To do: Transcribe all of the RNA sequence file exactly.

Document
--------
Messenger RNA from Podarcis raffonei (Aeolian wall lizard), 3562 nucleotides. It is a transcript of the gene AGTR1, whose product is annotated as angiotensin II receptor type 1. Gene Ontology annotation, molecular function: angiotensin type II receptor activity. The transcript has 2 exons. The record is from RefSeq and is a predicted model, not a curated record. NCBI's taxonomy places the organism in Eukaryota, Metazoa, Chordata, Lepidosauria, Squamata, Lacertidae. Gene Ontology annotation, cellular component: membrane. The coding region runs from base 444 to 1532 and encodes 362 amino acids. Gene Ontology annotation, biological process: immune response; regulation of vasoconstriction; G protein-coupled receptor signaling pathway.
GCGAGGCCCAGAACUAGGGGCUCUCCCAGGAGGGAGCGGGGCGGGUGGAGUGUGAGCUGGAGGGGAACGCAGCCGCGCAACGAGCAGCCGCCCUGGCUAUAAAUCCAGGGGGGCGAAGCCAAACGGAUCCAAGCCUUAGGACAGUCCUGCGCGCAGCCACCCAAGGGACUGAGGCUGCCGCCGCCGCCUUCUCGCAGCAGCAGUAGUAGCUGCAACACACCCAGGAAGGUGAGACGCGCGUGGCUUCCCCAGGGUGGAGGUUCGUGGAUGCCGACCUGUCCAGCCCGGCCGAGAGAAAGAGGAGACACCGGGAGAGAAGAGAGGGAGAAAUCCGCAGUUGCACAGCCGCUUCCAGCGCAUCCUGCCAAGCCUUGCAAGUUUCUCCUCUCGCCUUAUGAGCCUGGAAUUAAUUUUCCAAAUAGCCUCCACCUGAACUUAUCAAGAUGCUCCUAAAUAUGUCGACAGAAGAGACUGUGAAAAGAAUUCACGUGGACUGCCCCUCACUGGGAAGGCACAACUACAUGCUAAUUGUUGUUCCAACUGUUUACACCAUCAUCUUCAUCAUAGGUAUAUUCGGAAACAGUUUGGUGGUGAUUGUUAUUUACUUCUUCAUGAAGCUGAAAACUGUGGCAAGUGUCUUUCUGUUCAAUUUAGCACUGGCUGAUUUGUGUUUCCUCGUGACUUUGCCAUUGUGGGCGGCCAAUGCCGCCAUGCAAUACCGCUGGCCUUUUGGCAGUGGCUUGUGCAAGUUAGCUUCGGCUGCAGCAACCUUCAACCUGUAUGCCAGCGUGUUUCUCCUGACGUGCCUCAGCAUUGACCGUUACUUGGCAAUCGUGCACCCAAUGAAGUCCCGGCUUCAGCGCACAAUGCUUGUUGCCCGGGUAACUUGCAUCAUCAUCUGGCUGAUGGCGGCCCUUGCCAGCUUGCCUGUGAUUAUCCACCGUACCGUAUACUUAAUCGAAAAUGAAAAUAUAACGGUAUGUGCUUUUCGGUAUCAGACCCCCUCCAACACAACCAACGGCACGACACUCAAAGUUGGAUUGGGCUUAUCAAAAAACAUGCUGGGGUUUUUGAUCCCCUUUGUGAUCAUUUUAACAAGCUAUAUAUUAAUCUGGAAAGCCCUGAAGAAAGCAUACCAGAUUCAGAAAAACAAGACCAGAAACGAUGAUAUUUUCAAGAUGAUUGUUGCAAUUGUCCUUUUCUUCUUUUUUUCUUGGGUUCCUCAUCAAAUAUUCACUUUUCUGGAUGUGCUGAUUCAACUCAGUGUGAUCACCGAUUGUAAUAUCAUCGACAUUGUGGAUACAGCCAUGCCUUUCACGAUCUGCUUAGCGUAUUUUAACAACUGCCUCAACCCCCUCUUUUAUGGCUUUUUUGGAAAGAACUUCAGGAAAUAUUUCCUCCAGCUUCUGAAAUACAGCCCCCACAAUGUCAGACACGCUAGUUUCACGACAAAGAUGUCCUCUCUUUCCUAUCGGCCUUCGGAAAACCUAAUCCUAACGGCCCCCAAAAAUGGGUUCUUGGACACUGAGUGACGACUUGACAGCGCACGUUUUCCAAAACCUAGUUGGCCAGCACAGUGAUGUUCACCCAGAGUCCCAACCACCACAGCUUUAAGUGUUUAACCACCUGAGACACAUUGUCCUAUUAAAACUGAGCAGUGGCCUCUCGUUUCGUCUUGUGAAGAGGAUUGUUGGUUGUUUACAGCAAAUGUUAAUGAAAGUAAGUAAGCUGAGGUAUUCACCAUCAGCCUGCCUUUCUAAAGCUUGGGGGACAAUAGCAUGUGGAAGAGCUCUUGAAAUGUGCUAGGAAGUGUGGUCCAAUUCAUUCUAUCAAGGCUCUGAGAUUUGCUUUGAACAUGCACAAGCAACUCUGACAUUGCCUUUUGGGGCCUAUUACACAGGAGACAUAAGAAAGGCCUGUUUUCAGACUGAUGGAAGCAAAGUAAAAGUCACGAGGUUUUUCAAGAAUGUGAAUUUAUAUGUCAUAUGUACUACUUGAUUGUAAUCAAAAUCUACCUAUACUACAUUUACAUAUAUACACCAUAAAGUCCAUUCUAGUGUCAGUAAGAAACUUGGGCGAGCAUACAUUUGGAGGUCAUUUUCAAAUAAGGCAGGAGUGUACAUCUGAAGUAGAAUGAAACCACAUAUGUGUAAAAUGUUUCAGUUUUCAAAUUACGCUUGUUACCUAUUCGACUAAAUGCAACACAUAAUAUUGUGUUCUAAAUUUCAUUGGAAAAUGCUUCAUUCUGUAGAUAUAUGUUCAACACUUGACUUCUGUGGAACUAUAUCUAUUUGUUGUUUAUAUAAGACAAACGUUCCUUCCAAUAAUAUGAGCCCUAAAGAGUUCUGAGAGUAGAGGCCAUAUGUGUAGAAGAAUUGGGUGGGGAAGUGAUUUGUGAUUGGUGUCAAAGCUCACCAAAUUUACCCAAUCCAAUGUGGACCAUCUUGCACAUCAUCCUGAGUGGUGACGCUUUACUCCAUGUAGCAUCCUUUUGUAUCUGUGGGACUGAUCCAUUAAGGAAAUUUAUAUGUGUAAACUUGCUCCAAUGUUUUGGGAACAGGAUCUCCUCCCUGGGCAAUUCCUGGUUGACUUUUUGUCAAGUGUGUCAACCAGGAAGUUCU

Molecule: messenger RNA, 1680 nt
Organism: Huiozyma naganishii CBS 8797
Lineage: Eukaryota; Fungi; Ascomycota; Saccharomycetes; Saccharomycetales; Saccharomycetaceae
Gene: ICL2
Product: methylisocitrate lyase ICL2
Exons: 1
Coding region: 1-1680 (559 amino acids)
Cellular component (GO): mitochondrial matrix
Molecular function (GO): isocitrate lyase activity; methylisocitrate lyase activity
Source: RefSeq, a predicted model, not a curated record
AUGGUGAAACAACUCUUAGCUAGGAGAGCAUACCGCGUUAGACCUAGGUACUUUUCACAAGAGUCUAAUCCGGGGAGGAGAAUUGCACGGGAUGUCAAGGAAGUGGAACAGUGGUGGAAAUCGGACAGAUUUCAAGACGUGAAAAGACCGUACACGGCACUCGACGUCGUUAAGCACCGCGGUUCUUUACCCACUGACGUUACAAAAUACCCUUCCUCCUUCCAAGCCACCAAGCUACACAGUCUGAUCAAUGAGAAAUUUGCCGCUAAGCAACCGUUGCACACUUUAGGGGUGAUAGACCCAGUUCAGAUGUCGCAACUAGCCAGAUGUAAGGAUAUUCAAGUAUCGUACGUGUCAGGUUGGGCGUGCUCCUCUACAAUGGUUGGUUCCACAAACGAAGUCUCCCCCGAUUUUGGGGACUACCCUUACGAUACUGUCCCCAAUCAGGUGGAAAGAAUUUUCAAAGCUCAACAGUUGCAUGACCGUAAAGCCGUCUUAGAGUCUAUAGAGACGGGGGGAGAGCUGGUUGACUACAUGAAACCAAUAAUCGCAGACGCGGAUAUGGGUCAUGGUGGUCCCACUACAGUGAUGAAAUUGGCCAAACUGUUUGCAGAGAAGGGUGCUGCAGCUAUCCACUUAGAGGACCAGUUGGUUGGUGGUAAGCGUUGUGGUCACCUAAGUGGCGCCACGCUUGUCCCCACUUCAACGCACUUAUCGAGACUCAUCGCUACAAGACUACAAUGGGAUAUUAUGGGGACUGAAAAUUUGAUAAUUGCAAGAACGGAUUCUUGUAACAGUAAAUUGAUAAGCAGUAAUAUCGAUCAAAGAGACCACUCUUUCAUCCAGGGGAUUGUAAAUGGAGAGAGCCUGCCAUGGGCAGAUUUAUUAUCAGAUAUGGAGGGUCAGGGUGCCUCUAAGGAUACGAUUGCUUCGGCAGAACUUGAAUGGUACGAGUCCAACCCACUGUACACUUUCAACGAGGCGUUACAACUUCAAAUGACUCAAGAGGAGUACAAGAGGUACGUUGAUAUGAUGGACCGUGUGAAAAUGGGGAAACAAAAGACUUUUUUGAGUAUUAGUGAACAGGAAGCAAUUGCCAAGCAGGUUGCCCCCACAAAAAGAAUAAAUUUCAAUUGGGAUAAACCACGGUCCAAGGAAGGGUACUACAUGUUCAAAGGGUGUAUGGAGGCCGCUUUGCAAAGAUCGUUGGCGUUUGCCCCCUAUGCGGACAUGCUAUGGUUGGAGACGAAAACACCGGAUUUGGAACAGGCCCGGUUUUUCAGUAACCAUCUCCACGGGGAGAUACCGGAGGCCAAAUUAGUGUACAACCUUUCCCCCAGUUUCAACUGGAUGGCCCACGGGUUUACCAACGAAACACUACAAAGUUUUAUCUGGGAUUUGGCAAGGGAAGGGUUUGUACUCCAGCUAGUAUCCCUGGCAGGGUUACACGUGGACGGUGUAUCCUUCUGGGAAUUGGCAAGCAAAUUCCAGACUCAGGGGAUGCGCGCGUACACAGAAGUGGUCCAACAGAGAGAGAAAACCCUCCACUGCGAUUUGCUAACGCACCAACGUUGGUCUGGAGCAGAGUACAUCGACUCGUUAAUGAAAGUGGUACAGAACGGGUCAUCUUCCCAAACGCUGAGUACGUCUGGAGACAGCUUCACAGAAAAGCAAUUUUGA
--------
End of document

Messenger RNA from Podarcis raffonei (Aeolian wall lizard), 3562 nucleotides. It is a transcript of the gene AGTR1, whose product is annotated as angiotensin II receptor type 1. Gene Ontology annotation, molecular function: angiotensin type II receptor activity. The transcript has 2 exons. The record is from RefSeq and is a predicted model, not a curated record. NCBI's taxonomy places the organism in Eukaryota, Metazoa, Chordata, Lepidosauria, Squamata, Lacertidae. Gene Ontology annotation, cellular component: membrane. The coding region runs from base 444 to 1532 and encodes 362 amino acids. Gene Ontology annotation, biological process: immune response; regulation of vasoconstriction; G protein-coupled receptor signaling pathway.
GCGAGGCCCAGAACUAGGGGCUCUCCCAGGAGGGAGCGGGGCGGGUGGAGUGUGAGCUGGAGGGGAACGCAGCCGCGCAACGAGCAGCCGCCCUGGCUAUAAAUCCAGGGGGGCGAAGCCAAACGGAUCCAAGCCUUAGGACAGUCCUGCGCGCAGCCACCCAAGGGACUGAGGCUGCCGCCGCCGCCUUCUCGCAGCAGCAGUAGUAGCUGCAACACACCCAGGAAGGUGAGACGCGCGUGGCUUCCCCAGGGUGGAGGUUCGUGGAUGCCGACCUGUCCAGCCCGGCCGAGAGAAAGAGGAGACACCGGGAGAGAAGAGAGGGAGAAAUCCGCAGUUGCACAGCCGCUUCCAGCGCAUCCUGCCAAGCCUUGCAAGUUUCUCCUCUCGCCUUAUGAGCCUGGAAUUAAUUUUCCAAAUAGCCUCCACCUGAACUUAUCAAGAUGCUCCUAAAUAUGUCGACAGAAGAGACUGUGAAAAGAAUUCACGUGGACUGCCCCUCACUGGGAAGGCACAACUACAUGCUAAUUGUUGUUCCAACUGUUUACACCAUCAUCUUCAUCAUAGGUAUAUUCGGAAACAGUUUGGUGGUGAUUGUUAUUUACUUCUUCAUGAAGCUGAAAACUGUGGCAAGUGUCUUUCUGUUCAAUUUAGCACUGGCUGAUUUGUGUUUCCUCGUGACUUUGCCAUUGUGGGCGGCCAAUGCCGCCAUGCAAUACCGCUGGCCUUUUGGCAGUGGCUUGUGCAAGUUAGCUUCGGCUGCAGCAACCUUCAACCUGUAUGCCAGCGUGUUUCUCCUGACGUGCCUCAGCAUUGACCGUUACUUGGCAAUCGUGCACCCAAUGAAGUCCCGGCUUCAGCGCACAAUGCUUGUUGCCCGGGUAACUUGCAUCAUCAUCUGGCUGAUGGCGGCCCUUGCCAGCUUGCCUGUGAUUAUCCACCGUACCGUAUACUUAAUCGAAAAUGAAAAUAUAACGGUAUGUGCUUUUCGGUAUCAGACCCCCUCCAACACAACCAACGGCACGACACUCAAAGUUGGAUUGGGCUUAUCAAAAAACAUGCUGGGGUUUUUGAUCCCCUUUGUGAUCAUUUUAACAAGCUAUAUAUUAAUCUGGAAAGCCCUGAAGAAAGCAUACCAGAUUCAGAAAAACAAGACCAGAAACGAUGAUAUUUUCAAGAUGAUUGUUGCAAUUGUCCUUUUCUUCUUUUUUUCUUGGGUUCCUCAUCAAAUAUUCACUUUUCUGGAUGUGCUGAUUCAACUCAGUGUGAUCACCGAUUGUAAUAUCAUCGACAUUGUGGAUACAGCCAUGCCUUUCACGAUCUGCUUAGCGUAUUUUAACAACUGCCUCAACCCCCUCUUUUAUGGCUUUUUUGGAAAGAACUUCAGGAAAUAUUUCCUCCAGCUUCUGAAAUACAGCCCCCACAAUGUCAGACACGCUAGUUUCACGACAAAGAUGUCCUCUCUUUCCUAUCGGCCUUCGGAAAACCUAAUCCUAACGGCCCCCAAAAAUGGGUUCUUGGACACUGAGUGACGACUUGACAGCGCACGUUUUCCAAAACCUAGUUGGCCAGCACAGUGAUGUUCACCCAGAGUCCCAACCACCACAGCUUUAAGUGUUUAACCACCUGAGACACAUUGUCCUAUUAAAACUGAGCAGUGGCCUCUCGUUUCGUCUUGUGAAGAGGAUUGUUGGUUGUUUACAGCAAAUGUUAAUGAAAGUAAGUAAGCUGAGGUAUUCACCAUCAGCCUGCCUUUCUAAAGCUUGGGGGACAAUAGCAUGUGGAAGAGCUCUUGAAAUGUGCUAGGAAGUGUGGUCCAAUUCAUUCUAUCAAGGCUCUGAGAUUUGCUUUGAACAUGCACAAGCAACUCUGACAUUGCCUUUUGGGGCCUAUUACACAGGAGACAUAAGAAAGGCCUGUUUUCAGACUGAUGGAAGCAAAGUAAAAGUCACGAGGUUUUUCAAGAAUGUGAAUUUAUAUGUCAUAUGUACUACUUGAUUGUAAUCAAAAUCUACCUAUACUACAUUUACAUAUAUACACCAUAAAGUCCAUUCUAGUGUCAGUAAGAAACUUGGGCGAGCAUACAUUUGGAGGUCAUUUUCAAAUAAGGCAGGAGUGUACAUCUGAAGUAGAAUGAAACCACAUAUGUGUAAAAUGUUUCAGUUUUCAAAUUACGCUUGUUACCUAUUCGACUAAAUGCAACACAUAAUAUUGUGUUCUAAAUUUCAUUGGAAAAUGCUUCAUUCUGUAGAUAUAUGUUCAACACUUGACUUCUGUGGAACUAUAUCUAUUUGUUGUUUAUAUAAGACAAACGUUCCUUCCAAUAAUAUGAGCCCUAAAGAGUUCUGAGAGUAGAGGCCAUAUGUGUAGAAGAAUUGGGUGGGGAAGUGAUUUGUGAUUGGUGUCAAAGCUCACCAAAUUUACCCAAUCCAAUGUGGACCAUCUUGCACAUCAUCCUGAGUGGUGACGCUUUACUCCAUGUAGCAUCCUUUUGUAUCUGUGGGACUGAUCCAUUAAGGAAAUUUAUAUGUGUAAACUUGCUCCAAUGUUUUGGGAACAGGAUCUCCUCCCUGGGCAAUUCCUGGUUGACUUUUUGUCAAGUGUGUCAACCAGGAAGUUCU

Molecule: messenger RNA, 1680 nt
Organism: Huiozyma naganishii CBS 8797
Lineage: Eukaryota; Fungi; Ascomycota; Saccharomycetes; Saccharomycetales; Saccharomycetaceae
Gene: ICL2
Product: methylisocitrate lyase ICL2
Exons: 1
Coding region: 1-1680 (559 amino acids)
Cellular component (GO): mitochondrial matrix
Molecular function (GO): isocitrate lyase activity; methylisocitrate lyase activity
Source: RefSeq, a predicted model, not a curated record
AUGGUGAAACAACUCUUAGCUAGGAGAGCAUACCGCGUUAGACCUAGGUACUUUUCACAAGAGUCUAAUCCGGGGAGGAGAAUUGCACGGGAUGUCAAGGAAGUGGAACAGUGGUGGAAAUCGGACAGAUUUCAAGACGUGAAAAGACCGUACACGGCACUCGACGUCGUUAAGCACCGCGGUUCUUUACCCACUGACGUUACAAAAUACCCUUCCUCCUUCCAAGCCACCAAGCUACACAGUCUGAUCAAUGAGAAAUUUGCCGCUAAGCAACCGUUGCACACUUUAGGGGUGAUAGACCCAGUUCAGAUGUCGCAACUAGCCAGAUGUAAGGAUAUUCAAGUAUCGUACGUGUCAGGUUGGGCGUGCUCCUCUACAAUGGUUGGUUCCACAAACGAAGUCUCCCCCGAUUUUGGGGACUACCCUUACGAUACUGUCCCCAAUCAGGUGGAAAGAAUUUUCAAAGCUCAACAGUUGCAUGACCGUAAAGCCGUCUUAGAGUCUAUAGAGACGGGGGGAGAGCUGGUUGACUACAUGAAACCAAUAAUCGCAGACGCGGAUAUGGGUCAUGGUGGUCCCACUACAGUGAUGAAAUUGGCCAAACUGUUUGCAGAGAAGGGUGCUGCAGCUAUCCACUUAGAGGACCAGUUGGUUGGUGGUAAGCGUUGUGGUCACCUAAGUGGCGCCACGCUUGUCCCCACUUCAACGCACUUAUCGAGACUCAUCGCUACAAGACUACAAUGGGAUAUUAUGGGGACUGAAAAUUUGAUAAUUGCAAGAACGGAUUCUUGUAACAGUAAAUUGAUAAGCAGUAAUAUCGAUCAAAGAGACCACUCUUUCAUCCAGGGGAUUGUAAAUGGAGAGAGCCUGCCAUGGGCAGAUUUAUUAUCAGAUAUGGAGGGUCAGGGUGCCUCUAAGGAUACGAUUGCUUCGGCAGAACUUGAAUGGUACGAGUCCAACCCACUGUACACUUUCAACGAGGCGUUACAACUUCAAAUGACUCAAGAGGAGUACAAGAGGUACGUUGAUAUGAUGGACCGUGUGAAAAUGGGGAAACAAAAGACUUUUUUGAGUAUUAGUGAACAGGAAGCAAUUGCCAAGCAGGUUGCCCCCACAAAAAGAAUAAAUUUCAAUUGGGAUAAACCACGGUCCAAGGAAGGGUACUACAUGUUCAAAGGGUGUAUGGAGGCCGCUUUGCAAAGAUCGUUGGCGUUUGCCCCCUAUGCGGACAUGCUAUGGUUGGAGACGAAAACACCGGAUUUGGAACAGGCCCGGUUUUUCAGUAACCAUCUCCACGGGGAGAUACCGGAGGCCAAAUUAGUGUACAACCUUUCCCCCAGUUUCAACUGGAUGGCCCACGGGUUUACCAACGAAACACUACAAAGUUUUAUCUGGGAUUUGGCAAGGGAAGGGUUUGUACUCCAGCUAGUAUCCCUGGCAGGGUUACACGUGGACGGUGUAUCCUUCUGGGAAUUGGCAAGCAAAUUCCAGACUCAGGGGAUGCGCGCGUACACAGAAGUGGUCCAACAGAGAGAGAAAACCCUCCACUGCGAUUUGCUAACGCACCAACGUUGGUCUGGAGCAGAGUACAUCGACUCGUUAAUGAAAGUGGUACAGAACGGGUCAUCUUCCCAAACGCUGAGUACGUCUGGAGACAGCUUCACAGAAAAGCAAUUUUGA